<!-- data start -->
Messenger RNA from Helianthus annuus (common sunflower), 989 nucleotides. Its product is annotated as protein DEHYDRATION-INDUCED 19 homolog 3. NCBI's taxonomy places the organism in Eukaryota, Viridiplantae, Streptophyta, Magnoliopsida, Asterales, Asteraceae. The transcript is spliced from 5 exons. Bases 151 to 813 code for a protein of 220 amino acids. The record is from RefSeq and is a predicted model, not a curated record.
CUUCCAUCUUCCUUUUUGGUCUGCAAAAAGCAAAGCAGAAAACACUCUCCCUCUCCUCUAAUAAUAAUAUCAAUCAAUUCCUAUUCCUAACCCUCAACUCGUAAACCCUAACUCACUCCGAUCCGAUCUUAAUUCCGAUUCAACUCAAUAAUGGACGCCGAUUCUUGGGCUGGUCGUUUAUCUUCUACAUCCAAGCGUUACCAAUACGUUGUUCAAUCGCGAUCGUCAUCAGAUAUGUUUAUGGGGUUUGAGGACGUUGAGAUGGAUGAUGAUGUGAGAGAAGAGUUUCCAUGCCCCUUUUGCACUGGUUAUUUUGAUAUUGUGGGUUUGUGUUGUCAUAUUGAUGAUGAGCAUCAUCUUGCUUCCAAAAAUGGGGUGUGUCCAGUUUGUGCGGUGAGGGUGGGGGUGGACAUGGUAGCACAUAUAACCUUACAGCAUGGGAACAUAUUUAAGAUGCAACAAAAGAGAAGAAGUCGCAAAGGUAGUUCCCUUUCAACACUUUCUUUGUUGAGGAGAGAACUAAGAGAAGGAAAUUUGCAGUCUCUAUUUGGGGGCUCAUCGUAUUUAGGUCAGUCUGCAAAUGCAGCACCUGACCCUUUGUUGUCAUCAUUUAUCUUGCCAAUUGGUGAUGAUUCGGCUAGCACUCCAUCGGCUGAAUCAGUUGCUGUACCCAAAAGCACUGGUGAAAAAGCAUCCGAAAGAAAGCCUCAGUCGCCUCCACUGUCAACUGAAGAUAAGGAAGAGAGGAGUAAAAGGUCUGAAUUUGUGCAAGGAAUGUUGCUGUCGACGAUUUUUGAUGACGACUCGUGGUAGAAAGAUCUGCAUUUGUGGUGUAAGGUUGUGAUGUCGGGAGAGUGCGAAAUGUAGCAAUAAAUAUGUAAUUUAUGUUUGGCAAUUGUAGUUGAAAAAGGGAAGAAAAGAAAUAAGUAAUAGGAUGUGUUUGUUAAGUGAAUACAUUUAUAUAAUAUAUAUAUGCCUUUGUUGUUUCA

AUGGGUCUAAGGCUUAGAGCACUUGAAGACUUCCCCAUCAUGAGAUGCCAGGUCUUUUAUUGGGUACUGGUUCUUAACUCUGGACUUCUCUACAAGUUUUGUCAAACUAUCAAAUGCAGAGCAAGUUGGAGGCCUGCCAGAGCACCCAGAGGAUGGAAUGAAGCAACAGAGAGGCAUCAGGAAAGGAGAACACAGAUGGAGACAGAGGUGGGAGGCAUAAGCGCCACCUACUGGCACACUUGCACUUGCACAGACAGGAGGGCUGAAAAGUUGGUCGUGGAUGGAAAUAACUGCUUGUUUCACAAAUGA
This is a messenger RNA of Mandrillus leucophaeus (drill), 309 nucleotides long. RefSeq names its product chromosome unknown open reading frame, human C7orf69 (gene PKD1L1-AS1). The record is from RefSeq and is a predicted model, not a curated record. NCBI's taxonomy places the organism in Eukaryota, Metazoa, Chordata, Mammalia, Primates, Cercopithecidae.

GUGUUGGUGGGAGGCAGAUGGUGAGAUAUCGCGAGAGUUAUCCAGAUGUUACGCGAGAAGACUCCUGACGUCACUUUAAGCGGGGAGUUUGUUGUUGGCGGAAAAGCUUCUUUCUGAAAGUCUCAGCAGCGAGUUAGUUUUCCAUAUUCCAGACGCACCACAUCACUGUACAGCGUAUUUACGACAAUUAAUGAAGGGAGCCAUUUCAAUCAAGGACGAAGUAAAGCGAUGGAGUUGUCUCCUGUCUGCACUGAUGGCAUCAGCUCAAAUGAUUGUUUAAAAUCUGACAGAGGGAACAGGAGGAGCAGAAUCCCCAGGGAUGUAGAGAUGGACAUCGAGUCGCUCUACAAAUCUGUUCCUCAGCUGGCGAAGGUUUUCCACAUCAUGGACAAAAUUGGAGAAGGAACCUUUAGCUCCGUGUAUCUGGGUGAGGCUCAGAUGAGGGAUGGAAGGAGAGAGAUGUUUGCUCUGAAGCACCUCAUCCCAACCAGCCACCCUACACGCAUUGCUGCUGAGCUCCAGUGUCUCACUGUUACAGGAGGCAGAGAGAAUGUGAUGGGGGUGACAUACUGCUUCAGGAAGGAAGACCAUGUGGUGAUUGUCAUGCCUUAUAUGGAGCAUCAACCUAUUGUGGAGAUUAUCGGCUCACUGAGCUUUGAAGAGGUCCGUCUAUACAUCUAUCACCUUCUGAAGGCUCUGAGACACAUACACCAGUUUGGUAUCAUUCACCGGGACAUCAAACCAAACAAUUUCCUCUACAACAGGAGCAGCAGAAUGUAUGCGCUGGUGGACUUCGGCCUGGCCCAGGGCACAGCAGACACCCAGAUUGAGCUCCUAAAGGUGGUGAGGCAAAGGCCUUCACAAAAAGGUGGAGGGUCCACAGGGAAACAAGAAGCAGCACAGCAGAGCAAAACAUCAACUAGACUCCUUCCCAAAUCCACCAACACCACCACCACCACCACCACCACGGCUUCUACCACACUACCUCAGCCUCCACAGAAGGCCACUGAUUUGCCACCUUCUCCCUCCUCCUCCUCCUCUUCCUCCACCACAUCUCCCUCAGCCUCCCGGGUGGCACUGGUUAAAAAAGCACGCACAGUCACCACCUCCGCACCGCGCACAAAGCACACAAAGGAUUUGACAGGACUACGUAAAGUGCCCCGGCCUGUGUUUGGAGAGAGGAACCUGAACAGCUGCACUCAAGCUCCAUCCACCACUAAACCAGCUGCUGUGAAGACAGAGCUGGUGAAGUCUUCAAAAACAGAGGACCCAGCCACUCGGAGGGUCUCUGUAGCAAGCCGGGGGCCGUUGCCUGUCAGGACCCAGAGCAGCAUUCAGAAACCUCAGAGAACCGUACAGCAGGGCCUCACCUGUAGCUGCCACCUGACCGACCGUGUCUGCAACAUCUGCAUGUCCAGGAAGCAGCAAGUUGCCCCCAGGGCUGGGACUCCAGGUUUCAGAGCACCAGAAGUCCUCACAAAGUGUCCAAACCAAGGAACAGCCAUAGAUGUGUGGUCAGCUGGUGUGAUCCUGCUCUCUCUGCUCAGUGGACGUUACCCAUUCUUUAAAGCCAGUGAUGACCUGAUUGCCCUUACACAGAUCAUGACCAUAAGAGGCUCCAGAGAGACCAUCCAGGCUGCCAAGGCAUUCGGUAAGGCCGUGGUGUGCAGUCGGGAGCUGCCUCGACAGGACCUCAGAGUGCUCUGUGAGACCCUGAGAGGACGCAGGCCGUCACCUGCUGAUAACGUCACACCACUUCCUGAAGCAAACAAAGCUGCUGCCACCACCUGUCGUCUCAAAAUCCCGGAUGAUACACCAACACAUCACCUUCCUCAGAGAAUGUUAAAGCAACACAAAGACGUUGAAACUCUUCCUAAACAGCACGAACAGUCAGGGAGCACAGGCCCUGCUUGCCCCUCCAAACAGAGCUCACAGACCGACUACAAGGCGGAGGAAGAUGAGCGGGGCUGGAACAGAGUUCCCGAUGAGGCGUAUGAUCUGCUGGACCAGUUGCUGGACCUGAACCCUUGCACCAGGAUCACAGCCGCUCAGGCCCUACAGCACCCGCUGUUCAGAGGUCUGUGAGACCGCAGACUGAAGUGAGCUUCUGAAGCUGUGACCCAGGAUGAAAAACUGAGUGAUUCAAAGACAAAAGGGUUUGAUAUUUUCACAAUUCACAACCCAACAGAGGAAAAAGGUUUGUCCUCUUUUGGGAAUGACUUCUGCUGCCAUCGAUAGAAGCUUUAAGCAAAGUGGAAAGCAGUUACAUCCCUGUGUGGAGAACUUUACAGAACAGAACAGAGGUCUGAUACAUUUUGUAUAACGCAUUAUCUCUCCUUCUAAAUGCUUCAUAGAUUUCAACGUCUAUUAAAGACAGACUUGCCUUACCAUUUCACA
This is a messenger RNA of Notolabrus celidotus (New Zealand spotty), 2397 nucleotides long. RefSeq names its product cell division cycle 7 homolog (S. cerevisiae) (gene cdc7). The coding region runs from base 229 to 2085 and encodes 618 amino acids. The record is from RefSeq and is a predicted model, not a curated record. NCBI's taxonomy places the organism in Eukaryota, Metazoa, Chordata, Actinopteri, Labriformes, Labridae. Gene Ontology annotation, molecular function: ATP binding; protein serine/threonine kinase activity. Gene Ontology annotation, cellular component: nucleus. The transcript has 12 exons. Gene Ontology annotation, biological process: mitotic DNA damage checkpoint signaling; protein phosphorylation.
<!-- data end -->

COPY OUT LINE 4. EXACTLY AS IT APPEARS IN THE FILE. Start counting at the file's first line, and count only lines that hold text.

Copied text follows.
This is a messenger RNA of Mandrillus leucophaeus (drill), 309 nucleotides long. RefSeq names its product chromosome unknown open reading frame, human C7orf69 (gene PKD1L1-AS1). The record is from RefSeq and is a predicted model, not a curated record. NCBI's taxonomy places the organism in Eukaryota, Metazoa, Chordata, Mammalia, Primates, Cercopithecidae.